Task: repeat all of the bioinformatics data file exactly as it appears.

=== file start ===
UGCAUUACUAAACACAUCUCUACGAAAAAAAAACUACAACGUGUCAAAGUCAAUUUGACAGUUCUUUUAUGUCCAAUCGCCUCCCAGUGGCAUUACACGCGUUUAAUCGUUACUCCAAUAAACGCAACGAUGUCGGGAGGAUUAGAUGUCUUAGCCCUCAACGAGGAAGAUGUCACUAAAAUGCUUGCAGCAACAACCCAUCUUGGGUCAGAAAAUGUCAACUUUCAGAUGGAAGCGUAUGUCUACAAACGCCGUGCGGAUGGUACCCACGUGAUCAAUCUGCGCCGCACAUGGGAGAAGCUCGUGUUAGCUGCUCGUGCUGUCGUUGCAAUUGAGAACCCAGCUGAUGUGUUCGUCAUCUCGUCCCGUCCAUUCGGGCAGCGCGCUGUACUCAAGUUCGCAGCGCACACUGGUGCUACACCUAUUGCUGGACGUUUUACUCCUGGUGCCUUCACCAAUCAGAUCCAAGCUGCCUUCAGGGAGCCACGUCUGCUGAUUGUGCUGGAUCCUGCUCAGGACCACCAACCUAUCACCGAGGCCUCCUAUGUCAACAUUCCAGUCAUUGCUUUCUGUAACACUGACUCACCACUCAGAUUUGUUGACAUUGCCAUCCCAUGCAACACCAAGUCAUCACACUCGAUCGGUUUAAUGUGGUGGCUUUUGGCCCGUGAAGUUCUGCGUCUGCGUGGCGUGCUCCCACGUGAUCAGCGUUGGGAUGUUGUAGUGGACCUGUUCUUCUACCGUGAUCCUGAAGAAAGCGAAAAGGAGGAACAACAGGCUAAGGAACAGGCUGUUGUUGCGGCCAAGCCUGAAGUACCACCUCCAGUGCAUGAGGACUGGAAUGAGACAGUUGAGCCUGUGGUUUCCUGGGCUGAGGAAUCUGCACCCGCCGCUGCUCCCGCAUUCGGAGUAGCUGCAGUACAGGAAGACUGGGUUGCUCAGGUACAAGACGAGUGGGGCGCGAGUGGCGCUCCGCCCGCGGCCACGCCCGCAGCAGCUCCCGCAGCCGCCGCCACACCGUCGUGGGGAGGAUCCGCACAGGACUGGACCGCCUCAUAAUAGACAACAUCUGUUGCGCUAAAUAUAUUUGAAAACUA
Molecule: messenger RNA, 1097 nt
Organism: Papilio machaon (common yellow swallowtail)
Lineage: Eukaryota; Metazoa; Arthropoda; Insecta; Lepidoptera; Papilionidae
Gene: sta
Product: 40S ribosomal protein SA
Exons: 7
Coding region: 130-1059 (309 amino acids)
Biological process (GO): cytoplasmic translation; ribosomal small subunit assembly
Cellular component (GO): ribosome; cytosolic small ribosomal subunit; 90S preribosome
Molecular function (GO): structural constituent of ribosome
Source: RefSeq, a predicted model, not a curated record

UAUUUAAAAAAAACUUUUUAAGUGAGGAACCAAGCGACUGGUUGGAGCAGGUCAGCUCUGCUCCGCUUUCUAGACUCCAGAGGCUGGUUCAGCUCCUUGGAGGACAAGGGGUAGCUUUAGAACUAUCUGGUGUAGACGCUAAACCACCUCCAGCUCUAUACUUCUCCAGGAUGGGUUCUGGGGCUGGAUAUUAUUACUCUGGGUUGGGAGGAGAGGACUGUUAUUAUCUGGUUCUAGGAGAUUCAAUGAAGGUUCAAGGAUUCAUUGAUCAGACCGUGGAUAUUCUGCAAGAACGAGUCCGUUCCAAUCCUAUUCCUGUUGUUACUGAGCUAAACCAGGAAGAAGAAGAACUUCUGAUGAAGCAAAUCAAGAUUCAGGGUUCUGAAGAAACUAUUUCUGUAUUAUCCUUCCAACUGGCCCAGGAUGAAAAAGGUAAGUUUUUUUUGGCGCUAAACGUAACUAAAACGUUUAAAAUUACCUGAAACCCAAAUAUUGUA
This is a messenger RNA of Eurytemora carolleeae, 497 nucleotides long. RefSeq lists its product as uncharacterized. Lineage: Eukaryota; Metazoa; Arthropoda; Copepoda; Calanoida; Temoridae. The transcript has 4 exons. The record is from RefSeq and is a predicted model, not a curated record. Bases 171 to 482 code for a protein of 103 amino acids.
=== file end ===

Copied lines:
UGCAUUACUAAACACAUCUCUACGAAAAAAAAACUACAACGUGUCAAAGUCAAUUUGACAGUUCUUUUAUGUCCAAUCGCCUCCCAGUGGCAUUACACGCGUUUAAUCGUUACUCCAAUAAACGCAACGAUGUCGGGAGGAUUAGAUGUCUUAGCCCUCAACGAGGAAGAUGUCACUAAAAUGCUUGCAGCAACAACCCAUCUUGGGUCAGAAAAUGUCAACUUUCAGAUGGAAGCGUAUGUCUACAAACGCCGUGCGGAUGGUACCCACGUGAUCAAUCUGCGCCGCACAUGGGAGAAGCUCGUGUUAGCUGCUCGUGCUGUCGUUGCAAUUGAGAACCCAGCUGAUGUGUUCGUCAUCUCGUCCCGUCCAUUCGGGCAGCGCGCUGUACUCAAGUUCGCAGCGCACACUGGUGCUACACCUAUUGCUGGACGUUUUACUCCUGGUGCCUUCACCAAUCAGAUCCAAGCUGCCUUCAGGGAGCCACGUCUGCUGAUUGUGCUGGAUCCUGCUCAGGACCACCAACCUAUCACCGAGGCCUCCUAUGUCAACAUUCCAGUCAUUGCUUUCUGUAACACUGACUCACCACUCAGAUUUGUUGACAUUGCCAUCCCAUGCAACACCAAGUCAUCACACUCGAUCGGUUUAAUGUGGUGGCUUUUGGCCCGUGAAGUUCUGCGUCUGCGUGGCGUGCUCCCACGUGAUCAGCGUUGGGAUGUUGUAGUGGACCUGUUCUUCUACCGUGAUCCUGAAGAAAGCGAAAAGGAGGAACAACAGGCUAAGGAACAGGCUGUUGUUGCGGCCAAGCCUGAAGUACCACCUCCAGUGCAUGAGGACUGGAAUGAGACAGUUGAGCCUGUGGUUUCCUGGGCUGAGGAAUCUGCACCCGCCGCUGCUCCCGCAUUCGGAGUAGCUGCAGUACAGGAAGACUGGGUUGCUCAGGUACAAGACGAGUGGGGCGCGAGUGGCGCUCCGCCCGCGGCCACGCCCGCAGCAGCUCCCGCAGCCGCCGCCACACCGUCGUGGGGAGGAUCCGCACAGGACUGGACCGCCUCAUAAUAGACAACAUCUGUUGCGCUAAAUAUAUUUGAAAACUA
Molecule: messenger RNA, 1097 nt
Organism: Papilio machaon (common yellow swallowtail)
Lineage: Eukaryota; Metazoa; Arthropoda; Insecta; Lepidoptera; Papilionidae
Gene: sta
Product: 40S ribosomal protein SA
Exons: 7
Coding region: 130-1059 (309 amino acids)
Biological process (GO): cytoplasmic translation; ribosomal small subunit assembly
Cellular component (GO): ribosome; cytosolic small ribosomal subunit; 90S preribosome
Molecular function (GO): structural constituent of ribosome
Source: RefSeq, a predicted model, not a curated record

UAUUUAAAAAAAACUUUUUAAGUGAGGAACCAAGCGACUGGUUGGAGCAGGUCAGCUCUGCUCCGCUUUCUAGACUCCAGAGGCUGGUUCAGCUCCUUGGAGGACAAGGGGUAGCUUUAGAACUAUCUGGUGUAGACGCUAAACCACCUCCAGCUCUAUACUUCUCCAGGAUGGGUUCUGGGGCUGGAUAUUAUUACUCUGGGUUGGGAGGAGAGGACUGUUAUUAUCUGGUUCUAGGAGAUUCAAUGAAGGUUCAAGGAUUCAUUGAUCAGACCGUGGAUAUUCUGCAAGAACGAGUCCGUUCCAAUCCUAUUCCUGUUGUUACUGAGCUAAACCAGGAAGAAGAAGAACUUCUGAUGAAGCAAAUCAAGAUUCAGGGUUCUGAAGAAACUAUUUCUGUAUUAUCCUUCCAACUGGCCCAGGAUGAAAAAGGUAAGUUUUUUUUGGCGCUAAACGUAACUAAAACGUUUAAAAUUACCUGAAACCCAAAUAUUGUA
This is a messenger RNA of Eurytemora carolleeae, 497 nucleotides long. RefSeq lists its product as uncharacterized. Lineage: Eukaryota; Metazoa; Arthropoda; Copepoda; Calanoida; Temoridae. The transcript has 4 exons. The record is from RefSeq and is a predicted model, not a curated record. Bases 171 to 482 code for a protein of 103 amino acids.